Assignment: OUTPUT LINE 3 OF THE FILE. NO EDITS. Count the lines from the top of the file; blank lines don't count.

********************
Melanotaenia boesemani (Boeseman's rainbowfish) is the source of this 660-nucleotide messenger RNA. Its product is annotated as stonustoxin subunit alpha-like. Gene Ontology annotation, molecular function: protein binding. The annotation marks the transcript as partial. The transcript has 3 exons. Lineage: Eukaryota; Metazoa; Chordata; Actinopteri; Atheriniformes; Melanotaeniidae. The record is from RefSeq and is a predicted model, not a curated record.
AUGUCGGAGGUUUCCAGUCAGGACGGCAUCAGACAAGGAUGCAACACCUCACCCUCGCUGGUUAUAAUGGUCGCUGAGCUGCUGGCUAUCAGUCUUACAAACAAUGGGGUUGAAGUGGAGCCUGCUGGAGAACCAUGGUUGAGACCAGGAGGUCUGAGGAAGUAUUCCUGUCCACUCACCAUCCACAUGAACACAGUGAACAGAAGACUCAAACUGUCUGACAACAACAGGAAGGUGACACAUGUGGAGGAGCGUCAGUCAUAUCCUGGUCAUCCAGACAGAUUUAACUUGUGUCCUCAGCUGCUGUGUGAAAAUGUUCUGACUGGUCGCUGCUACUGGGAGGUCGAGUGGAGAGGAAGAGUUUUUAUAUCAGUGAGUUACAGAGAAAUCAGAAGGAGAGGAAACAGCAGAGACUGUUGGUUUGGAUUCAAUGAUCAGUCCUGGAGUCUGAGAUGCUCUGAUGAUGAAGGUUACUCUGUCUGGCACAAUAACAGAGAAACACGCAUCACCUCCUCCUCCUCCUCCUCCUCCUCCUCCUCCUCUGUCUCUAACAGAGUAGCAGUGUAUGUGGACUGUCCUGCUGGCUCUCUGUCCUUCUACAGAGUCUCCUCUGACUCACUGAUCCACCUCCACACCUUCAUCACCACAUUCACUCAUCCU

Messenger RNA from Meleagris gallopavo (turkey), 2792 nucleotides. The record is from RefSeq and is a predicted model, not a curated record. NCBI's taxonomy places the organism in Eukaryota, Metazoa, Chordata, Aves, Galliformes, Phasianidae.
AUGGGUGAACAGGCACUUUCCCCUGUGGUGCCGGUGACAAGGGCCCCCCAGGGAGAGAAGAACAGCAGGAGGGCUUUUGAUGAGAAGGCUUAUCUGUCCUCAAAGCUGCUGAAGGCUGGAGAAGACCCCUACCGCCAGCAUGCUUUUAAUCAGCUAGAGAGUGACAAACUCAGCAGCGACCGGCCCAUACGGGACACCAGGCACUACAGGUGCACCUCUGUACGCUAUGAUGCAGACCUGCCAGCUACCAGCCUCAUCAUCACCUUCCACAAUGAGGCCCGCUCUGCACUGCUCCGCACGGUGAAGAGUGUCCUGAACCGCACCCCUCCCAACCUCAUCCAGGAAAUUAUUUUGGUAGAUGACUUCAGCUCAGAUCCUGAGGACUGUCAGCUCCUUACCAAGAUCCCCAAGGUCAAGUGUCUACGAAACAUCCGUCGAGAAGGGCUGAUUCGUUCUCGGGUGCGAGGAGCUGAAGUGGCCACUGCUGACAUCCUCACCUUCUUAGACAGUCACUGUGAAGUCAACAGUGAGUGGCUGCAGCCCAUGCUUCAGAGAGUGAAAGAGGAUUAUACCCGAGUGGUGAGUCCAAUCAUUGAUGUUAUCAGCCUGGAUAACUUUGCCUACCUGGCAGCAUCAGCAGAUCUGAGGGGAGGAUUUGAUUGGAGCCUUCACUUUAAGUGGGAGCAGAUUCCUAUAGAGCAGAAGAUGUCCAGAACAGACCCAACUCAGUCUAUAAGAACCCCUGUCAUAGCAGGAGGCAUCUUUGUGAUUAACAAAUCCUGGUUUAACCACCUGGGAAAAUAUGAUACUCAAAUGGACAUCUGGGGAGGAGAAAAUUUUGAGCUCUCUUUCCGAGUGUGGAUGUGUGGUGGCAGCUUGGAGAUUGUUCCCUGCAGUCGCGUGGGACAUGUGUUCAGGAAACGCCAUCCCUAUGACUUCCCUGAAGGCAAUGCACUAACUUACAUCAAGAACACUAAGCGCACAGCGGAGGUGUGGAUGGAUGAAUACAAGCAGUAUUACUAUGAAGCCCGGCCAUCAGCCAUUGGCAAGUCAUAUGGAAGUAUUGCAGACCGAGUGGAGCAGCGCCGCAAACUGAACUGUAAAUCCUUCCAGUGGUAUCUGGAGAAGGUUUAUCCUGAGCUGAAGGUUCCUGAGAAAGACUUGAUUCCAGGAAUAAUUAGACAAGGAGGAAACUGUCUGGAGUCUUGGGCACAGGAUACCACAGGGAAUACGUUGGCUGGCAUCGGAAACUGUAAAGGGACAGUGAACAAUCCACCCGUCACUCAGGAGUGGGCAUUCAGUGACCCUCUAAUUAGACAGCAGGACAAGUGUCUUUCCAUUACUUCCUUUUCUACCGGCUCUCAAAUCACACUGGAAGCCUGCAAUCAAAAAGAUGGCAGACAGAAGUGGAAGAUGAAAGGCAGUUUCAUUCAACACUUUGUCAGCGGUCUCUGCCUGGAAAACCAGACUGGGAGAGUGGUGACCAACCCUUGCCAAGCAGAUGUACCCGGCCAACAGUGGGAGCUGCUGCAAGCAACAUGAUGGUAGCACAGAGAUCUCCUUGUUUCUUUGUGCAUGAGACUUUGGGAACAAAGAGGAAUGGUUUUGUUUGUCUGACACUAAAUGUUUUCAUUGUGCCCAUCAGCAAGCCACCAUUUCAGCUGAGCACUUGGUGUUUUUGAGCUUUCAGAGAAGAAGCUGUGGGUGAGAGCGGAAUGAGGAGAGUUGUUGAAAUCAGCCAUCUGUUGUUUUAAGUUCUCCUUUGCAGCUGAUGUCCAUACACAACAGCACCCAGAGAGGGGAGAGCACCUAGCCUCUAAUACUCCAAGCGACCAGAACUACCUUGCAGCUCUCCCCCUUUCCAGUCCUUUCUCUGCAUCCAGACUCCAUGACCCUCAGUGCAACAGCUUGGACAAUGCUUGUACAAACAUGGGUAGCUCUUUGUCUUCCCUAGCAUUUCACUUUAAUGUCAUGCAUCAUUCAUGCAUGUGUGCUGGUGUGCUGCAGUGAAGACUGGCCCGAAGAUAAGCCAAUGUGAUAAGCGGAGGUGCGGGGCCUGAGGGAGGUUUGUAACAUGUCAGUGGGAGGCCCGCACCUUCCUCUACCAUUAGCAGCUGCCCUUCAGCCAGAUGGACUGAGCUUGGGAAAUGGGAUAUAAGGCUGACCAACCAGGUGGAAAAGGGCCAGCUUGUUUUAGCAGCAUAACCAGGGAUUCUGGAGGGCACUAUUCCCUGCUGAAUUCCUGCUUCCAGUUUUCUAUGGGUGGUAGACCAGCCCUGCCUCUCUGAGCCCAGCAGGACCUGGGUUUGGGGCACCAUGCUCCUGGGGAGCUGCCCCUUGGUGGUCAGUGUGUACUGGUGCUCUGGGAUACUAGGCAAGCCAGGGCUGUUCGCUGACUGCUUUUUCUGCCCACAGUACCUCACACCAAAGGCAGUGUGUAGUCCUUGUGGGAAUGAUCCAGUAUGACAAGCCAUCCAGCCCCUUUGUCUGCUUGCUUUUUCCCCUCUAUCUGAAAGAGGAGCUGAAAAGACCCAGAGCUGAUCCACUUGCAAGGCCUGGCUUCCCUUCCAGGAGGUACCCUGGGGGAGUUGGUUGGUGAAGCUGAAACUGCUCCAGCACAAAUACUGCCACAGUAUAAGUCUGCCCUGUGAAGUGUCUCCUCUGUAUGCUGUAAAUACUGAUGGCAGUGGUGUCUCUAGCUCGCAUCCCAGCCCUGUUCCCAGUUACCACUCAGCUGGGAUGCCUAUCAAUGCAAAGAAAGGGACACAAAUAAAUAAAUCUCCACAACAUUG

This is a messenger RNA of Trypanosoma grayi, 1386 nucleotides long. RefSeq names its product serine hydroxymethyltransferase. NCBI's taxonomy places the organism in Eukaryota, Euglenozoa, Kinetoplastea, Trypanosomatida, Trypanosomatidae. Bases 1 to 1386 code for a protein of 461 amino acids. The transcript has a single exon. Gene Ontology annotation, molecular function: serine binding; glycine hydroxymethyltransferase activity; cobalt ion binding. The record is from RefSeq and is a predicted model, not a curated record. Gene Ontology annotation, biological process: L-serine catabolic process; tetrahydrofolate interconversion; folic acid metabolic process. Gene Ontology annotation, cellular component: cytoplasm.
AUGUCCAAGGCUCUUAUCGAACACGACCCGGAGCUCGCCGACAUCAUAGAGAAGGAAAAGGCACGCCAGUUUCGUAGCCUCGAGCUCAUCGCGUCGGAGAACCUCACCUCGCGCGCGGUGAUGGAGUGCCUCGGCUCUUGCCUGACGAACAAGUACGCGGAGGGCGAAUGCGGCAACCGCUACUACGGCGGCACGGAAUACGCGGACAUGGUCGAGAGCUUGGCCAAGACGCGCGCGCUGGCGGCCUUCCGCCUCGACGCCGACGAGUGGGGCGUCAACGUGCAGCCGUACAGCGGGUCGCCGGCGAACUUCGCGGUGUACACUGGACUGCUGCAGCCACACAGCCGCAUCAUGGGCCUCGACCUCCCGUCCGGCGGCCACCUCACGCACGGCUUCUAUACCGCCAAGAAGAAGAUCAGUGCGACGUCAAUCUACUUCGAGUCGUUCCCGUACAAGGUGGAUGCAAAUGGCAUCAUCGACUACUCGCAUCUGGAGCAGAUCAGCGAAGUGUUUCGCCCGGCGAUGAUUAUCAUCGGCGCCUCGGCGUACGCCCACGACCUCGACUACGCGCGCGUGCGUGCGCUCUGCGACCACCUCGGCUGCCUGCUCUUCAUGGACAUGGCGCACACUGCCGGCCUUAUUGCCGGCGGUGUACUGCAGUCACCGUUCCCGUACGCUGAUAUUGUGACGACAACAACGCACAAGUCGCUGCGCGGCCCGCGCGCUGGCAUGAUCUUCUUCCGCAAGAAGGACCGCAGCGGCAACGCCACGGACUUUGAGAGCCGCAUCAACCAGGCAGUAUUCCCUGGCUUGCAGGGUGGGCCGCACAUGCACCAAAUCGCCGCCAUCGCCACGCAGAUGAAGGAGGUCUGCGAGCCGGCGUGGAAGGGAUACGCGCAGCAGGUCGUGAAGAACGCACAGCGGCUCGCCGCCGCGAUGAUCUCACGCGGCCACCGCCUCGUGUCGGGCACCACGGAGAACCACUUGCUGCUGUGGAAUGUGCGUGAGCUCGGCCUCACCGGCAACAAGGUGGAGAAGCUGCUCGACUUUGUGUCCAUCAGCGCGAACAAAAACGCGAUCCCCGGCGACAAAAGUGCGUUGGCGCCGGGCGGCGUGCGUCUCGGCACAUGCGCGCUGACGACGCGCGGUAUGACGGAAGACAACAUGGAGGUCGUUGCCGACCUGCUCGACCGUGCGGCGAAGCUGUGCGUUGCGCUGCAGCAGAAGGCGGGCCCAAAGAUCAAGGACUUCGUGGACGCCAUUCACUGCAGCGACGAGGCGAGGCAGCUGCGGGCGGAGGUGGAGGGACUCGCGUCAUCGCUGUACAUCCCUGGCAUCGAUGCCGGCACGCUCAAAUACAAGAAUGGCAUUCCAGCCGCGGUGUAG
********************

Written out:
Messenger RNA from Meleagris gallopavo (turkey), 2792 nucleotides. The record is from RefSeq and is a predicted model, not a curated record. NCBI's taxonomy places the organism in Eukaryota, Metazoa, Chordata, Aves, Galliformes, Phasianidae.